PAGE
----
However, smaller regional and local MH lenders exist, but CFPB regulations restrict sales people from referring consumers to them for fear of violating CFPB rules.
Dan Rinzema, president of MHVillage and DataComp says the government regulation is misguided and does not help the market for the resale of manufactured homes, which would help make MH a competitive housing choice. Doug Ryan, Director of Affordable Housing Initiatives at the Corporation for Enterprise Development (CFED), a non-profit that supports affordable MH, echoes CFPB’s claim that borrowers are vulnerable to expensive loan products.

Some Washington insiders say the report stems from the stiff grilling CFPB Director Richard Cordray received Jan. 28, 2014 at the hands of the House Financial Services Committee’s Subcommittee, and point to a video of that hearing.

The 55-page report alleges that 68 percent of all MH purchase loans in 2012 were chattel loans compared to three percent of site-built home loans, and included that two-thirds of MH loans were eligible for traditional mortgages but chose personal property loans instead. Chattel loans are quicker to obtain, says the report, but have lower origination costs. Industry finance expert Dick Ernst, a principal at FinMarkUSA, says while the report notes the absence of a secondary mortgage market for MH, the cost to originate personal property loans is the similar regardless of the amount of the loan.

Meanwhile, the Government Accountability Office (GAO) report, in response to a request from the chairman of the House Financial Services Committee for an analysis of HUD’s implementation of the MHIA of 2000, says HUD has fallen short of encouraging Ginnie Mae to securitize manufactured home loans, which in turn reduces the availability of affordable MH.

The law firm of Bradley Arant Boult Cummings LLC said in a statement the CFPB report indicates the agency is showing interest in the MH industry which may lead to adjustments that could reduce burdens on the lenders and lower costs of credit to borrowers. Robert Williamson, of Hart King Law, says the paper may be a public recognition of the importance of MH to the consumer housing market, and may in turn stimulate a more robust MH market.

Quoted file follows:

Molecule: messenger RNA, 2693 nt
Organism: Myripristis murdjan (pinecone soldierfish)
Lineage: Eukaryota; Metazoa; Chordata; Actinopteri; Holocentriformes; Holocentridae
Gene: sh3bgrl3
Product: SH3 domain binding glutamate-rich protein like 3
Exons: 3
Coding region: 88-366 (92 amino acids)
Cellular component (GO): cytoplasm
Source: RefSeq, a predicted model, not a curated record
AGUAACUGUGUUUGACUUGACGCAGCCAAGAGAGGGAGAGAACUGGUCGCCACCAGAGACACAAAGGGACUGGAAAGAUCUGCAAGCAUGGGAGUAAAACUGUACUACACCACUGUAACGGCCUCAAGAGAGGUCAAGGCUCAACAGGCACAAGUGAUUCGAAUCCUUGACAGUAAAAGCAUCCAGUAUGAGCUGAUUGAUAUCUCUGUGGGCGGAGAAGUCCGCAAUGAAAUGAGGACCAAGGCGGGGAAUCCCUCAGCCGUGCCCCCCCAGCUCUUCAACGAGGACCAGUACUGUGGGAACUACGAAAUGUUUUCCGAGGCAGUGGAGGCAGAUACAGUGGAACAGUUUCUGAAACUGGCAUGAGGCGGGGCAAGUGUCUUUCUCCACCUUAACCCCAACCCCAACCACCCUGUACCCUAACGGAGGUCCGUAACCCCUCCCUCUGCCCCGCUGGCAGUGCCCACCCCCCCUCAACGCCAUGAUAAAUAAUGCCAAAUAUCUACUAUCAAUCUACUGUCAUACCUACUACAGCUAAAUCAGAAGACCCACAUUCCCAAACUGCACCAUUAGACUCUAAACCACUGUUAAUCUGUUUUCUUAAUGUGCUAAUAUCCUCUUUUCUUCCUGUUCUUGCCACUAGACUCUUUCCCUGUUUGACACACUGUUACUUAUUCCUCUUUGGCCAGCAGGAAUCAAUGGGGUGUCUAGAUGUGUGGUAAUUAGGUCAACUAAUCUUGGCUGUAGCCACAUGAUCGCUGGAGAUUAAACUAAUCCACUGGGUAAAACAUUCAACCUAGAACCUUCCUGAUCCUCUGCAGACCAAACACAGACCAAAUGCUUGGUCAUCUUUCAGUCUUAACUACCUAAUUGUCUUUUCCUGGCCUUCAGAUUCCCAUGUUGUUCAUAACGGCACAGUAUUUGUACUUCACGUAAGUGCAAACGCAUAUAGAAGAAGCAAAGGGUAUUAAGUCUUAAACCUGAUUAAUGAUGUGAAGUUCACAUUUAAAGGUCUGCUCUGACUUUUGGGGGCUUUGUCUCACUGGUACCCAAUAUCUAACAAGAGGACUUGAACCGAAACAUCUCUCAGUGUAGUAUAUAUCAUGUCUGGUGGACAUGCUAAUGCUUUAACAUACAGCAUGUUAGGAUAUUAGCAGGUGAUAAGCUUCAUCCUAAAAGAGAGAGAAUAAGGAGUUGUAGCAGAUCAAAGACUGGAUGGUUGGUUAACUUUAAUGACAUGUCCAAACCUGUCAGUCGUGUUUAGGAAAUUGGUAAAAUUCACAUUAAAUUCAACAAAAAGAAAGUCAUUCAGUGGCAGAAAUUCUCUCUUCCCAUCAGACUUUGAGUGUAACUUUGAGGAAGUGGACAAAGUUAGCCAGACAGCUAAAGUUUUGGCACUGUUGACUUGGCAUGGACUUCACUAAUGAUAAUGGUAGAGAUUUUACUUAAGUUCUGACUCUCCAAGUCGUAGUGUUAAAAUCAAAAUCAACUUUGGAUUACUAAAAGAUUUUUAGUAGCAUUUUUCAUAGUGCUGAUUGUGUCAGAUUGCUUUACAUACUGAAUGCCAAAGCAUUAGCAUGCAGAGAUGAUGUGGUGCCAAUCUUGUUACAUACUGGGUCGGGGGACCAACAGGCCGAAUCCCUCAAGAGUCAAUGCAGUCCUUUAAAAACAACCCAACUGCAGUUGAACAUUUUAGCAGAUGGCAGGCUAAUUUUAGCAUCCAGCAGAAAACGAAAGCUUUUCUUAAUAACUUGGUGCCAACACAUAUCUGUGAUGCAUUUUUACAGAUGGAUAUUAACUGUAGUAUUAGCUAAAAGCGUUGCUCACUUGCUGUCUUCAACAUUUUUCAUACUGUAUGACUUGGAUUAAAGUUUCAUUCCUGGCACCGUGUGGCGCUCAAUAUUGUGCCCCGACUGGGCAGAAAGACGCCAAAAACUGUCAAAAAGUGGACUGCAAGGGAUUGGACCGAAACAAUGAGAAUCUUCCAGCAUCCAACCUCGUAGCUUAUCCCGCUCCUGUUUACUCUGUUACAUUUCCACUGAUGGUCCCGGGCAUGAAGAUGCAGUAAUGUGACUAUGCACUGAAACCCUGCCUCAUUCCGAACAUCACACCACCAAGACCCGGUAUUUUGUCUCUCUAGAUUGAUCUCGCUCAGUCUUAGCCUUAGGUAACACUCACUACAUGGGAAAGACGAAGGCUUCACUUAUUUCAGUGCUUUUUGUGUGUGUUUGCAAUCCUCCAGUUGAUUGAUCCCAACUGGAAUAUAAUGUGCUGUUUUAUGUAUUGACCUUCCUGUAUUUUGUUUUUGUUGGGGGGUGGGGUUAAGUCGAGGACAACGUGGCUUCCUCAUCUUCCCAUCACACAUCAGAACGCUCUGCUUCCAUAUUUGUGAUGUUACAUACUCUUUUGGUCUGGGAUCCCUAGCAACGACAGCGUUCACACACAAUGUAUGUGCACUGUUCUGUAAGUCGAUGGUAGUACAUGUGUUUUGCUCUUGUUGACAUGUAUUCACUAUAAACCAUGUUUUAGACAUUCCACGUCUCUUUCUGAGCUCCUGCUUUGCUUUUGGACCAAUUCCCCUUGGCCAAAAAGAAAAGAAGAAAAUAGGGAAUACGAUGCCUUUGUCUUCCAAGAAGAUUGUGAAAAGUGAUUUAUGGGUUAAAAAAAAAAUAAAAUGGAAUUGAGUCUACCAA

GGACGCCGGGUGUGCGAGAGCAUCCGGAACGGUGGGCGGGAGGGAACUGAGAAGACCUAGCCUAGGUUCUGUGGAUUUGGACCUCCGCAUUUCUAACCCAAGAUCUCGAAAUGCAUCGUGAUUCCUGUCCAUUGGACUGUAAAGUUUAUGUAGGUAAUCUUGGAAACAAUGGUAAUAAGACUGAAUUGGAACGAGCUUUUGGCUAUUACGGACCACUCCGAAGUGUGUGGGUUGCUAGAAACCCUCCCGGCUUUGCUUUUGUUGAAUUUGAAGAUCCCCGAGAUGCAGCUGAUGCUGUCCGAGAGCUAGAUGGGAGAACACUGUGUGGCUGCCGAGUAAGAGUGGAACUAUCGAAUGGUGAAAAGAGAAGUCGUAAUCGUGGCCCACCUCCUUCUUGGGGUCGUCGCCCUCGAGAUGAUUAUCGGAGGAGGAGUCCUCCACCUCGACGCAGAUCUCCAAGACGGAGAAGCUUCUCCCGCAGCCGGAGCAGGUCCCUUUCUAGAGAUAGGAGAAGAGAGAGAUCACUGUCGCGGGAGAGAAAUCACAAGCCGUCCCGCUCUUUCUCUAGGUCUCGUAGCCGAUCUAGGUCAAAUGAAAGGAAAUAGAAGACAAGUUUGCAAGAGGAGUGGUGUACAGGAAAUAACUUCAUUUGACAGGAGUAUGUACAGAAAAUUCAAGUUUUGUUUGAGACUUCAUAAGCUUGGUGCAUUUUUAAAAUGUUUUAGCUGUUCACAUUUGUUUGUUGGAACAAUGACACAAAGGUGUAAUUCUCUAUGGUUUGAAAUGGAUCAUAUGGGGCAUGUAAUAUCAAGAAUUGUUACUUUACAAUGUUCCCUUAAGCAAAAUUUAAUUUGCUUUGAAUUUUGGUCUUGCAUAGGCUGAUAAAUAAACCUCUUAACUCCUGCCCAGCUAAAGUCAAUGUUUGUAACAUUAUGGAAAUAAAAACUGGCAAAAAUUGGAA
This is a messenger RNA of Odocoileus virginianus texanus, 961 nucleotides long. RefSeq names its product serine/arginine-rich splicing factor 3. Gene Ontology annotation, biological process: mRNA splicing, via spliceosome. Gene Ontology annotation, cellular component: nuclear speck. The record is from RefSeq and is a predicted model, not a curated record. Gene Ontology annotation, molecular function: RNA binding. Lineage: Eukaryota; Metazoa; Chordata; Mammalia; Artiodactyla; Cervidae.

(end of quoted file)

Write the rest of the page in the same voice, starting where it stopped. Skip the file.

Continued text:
The Manufactured Housing Association for Regulatory Reform (MHARR) notes the report may be establishing a jumping off point for future CFPB activity, while the Manufactured Housing Institute (MHI) remarks the CFPB acknowledges the negative impact the Dodd-Frank Act, implemented in Jan. 2014, is having on the manufactured housing market.

Tim Williams of 21st Mortgage Corporation says the statement that 60 percent of chattel customers own their land and are therefore eligible for a conventional mortgage is incorrect, noting it is irresponsible of the CFPB to make such false statement. He says 26 percent of 21st’s borrowers say they own their land, but he is pleased the CFPB admits their regulations restrict credit to manufactured home owners.

When consumers are considering buying a site-built or a manufactured home, the two pieces of crucial information are the down payment and the monthly payment. MH sales people are restricted in what they can offer in response to such a question, while some believe it’s not a violation if a Realtor ® gives such information.

A chart from Fannie Mae demonstrates that even when the interest rate is higher for an MH, monthly payments often make the purchase of a manufactured home the lower cost option. The restrictions on MH salespeople helping consumers find financing can turn people away from even being interested in a manufactured home, further damaging the industry’s chances of offering affordable options, as Jason Boehlert, Senior VP of Government Affairs at MHI notes.

Major MH lenders have told MHProNews they have added staff to deal with the increase of applications being “shot-gunned” to multiple lenders, since the CFPB regulations took effect in Jan. 2014. This is increasing costs, all because MH retailers do not want to be accused of steering customers, which could result in heavy fines.

In addition, the lack of a secondary market for MH loans also limits mortgage lenders from making MH loans, which higher costs of funds makes the loan cost more to the borrower. The CFPB regulations result in lenders not accepting loans for under $25,000 because the cost to originate and service that sized loan makes them unprofitable.

While CFPB Director Cordray says, “Manufactured housing is a critical source of affordable housing for some consumers,” the regulations of the agency work is in the opposite direction—preventing potentially millions of Americans from buying durable, affordable, energy efficient homes that could stimulate the housing market and the jobs that would accompany the stimulus. ##

For the complete commentary, please click here.

(Photo credit: C-SPAN 2)